Pet Life

Aspin is in

DOG DAZE - Kathy Moran -

I  would like to thank Ed Bulacan ([email protected]) for the comment he wrote on www.philstar.com last Sept. 20. The comment — made by Ed Bulacan who’s based in Al-Khobar, KSA — was in response to the article I wrote last week about the Aspin Mikky in the movie Kimmy Dora: 

“Ang amin pong aso ay sige na nga Aspin o askal. Pero kasama namin siya sa bahay. Katabi sa pagtulog at may sakit din kami pag siya ay may dinaramdam. Mahal po namin siya at katunayan ay hindi namin itinuloy ang migration namin sa ibang bansa dahil gusto namin ay kasama siya paglipat ngunit hindi maari na isama. Kasalukuyan ay narito ako sa Saudi Arabia at kaligayahan kong makita siya pag nag-chat kami ng pamilya ko at nasa camera siya. Minsan nga ay para na ring tao ang trato namin. Ngunit siya ang nagbigay ng kaligayahan sa buhay namin nuong panahon ng mabigat na pagsubok sa amin ng pamilya ko. Sabi nga nuong panganay ko ay pag iniwan na kami ng aso naming ito ay hindi na kami mag-aalaga ng isa pa. Kaso may nagbigay na naman sa amin ng babae na aso. Ang plano ko ay kumuha ng isang malaking lupa sa bandang Silang, Cavite para malaki ang tatakbuhan ng dalawa kong alaga.

“Kaya ko ipinadala ang komentong ito para malaman ng mambabasa mo na mag-alaga rin sila ng Aspin.”

* * *

In the past it used to be so common for purebred dogs to be treated with lots more care than native dogs — even if they both live in the same house.

I recall a time when a native dog was truly the “bantay” of the house and the privileged purebred dog enjoys a place inside the house.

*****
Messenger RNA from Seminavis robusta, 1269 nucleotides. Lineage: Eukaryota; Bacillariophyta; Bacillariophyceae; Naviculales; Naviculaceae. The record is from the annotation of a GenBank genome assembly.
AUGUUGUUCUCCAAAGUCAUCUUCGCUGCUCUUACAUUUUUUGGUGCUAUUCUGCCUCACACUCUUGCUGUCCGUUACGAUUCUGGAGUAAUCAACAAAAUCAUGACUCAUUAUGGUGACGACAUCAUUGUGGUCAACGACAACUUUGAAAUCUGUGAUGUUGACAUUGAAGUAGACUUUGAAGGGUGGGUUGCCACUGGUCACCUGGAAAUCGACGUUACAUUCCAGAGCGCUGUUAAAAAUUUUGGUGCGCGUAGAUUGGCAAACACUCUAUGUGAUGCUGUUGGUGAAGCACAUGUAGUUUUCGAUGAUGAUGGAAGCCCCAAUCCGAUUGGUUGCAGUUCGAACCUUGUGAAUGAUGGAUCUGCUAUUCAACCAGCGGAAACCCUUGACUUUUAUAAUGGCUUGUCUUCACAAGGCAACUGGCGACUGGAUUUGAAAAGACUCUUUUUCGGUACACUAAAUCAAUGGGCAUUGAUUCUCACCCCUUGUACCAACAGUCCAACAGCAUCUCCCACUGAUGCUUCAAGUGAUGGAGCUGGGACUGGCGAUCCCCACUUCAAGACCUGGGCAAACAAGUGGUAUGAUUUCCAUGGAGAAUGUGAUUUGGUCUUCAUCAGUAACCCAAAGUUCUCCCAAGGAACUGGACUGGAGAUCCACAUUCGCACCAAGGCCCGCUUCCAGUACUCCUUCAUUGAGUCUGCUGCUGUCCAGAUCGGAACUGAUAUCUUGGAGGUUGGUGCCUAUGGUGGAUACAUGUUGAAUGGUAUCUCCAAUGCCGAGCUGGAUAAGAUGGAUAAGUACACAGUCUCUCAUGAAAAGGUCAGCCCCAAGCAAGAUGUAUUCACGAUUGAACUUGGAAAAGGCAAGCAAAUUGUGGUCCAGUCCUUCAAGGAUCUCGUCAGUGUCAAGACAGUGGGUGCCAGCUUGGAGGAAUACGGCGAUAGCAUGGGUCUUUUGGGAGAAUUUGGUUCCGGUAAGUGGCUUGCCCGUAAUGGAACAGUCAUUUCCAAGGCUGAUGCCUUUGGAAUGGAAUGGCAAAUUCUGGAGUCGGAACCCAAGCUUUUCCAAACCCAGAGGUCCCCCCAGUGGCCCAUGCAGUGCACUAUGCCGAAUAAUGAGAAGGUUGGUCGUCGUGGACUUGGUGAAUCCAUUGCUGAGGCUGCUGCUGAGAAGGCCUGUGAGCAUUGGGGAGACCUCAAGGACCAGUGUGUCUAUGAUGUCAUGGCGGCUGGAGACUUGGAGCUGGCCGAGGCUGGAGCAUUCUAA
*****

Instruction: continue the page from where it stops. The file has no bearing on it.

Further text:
Blame it on the fact most purebred dogs come with a price tag and native dogs can be easily picked off the streets.

That was in the past. Over the last five years, I have been witness to how the native dog or Aspin has created its own loyal following among pet-lovers.

Bantay is normally brown and short-haired — the type of dog that you would usually see out in the streets. Thus, askal. And, definitely he is not the type of dog to be cuddled. Rather, he is usually deployed outside the house as its first line of defense.  

An Uphill Battle

The contrast could not have been more glaring to a group that has been rescuing dogs for its entire existence. PAWS, founded in 1954 and reactivated by Nita Hontiveros-Lichauco in 1986, saw that native dogs are often the victims of cruelty. It is the native dog who is always rounded up to be illegally transported to Baguio and eventually killed to be served as “pulutan.”

Jokes about native dogs abound. One of them refers to the native dog as the Philippine rice dog because it eats only rice and leftovers. The purebred dogs, of course, eat expensive dog food or dry kibble.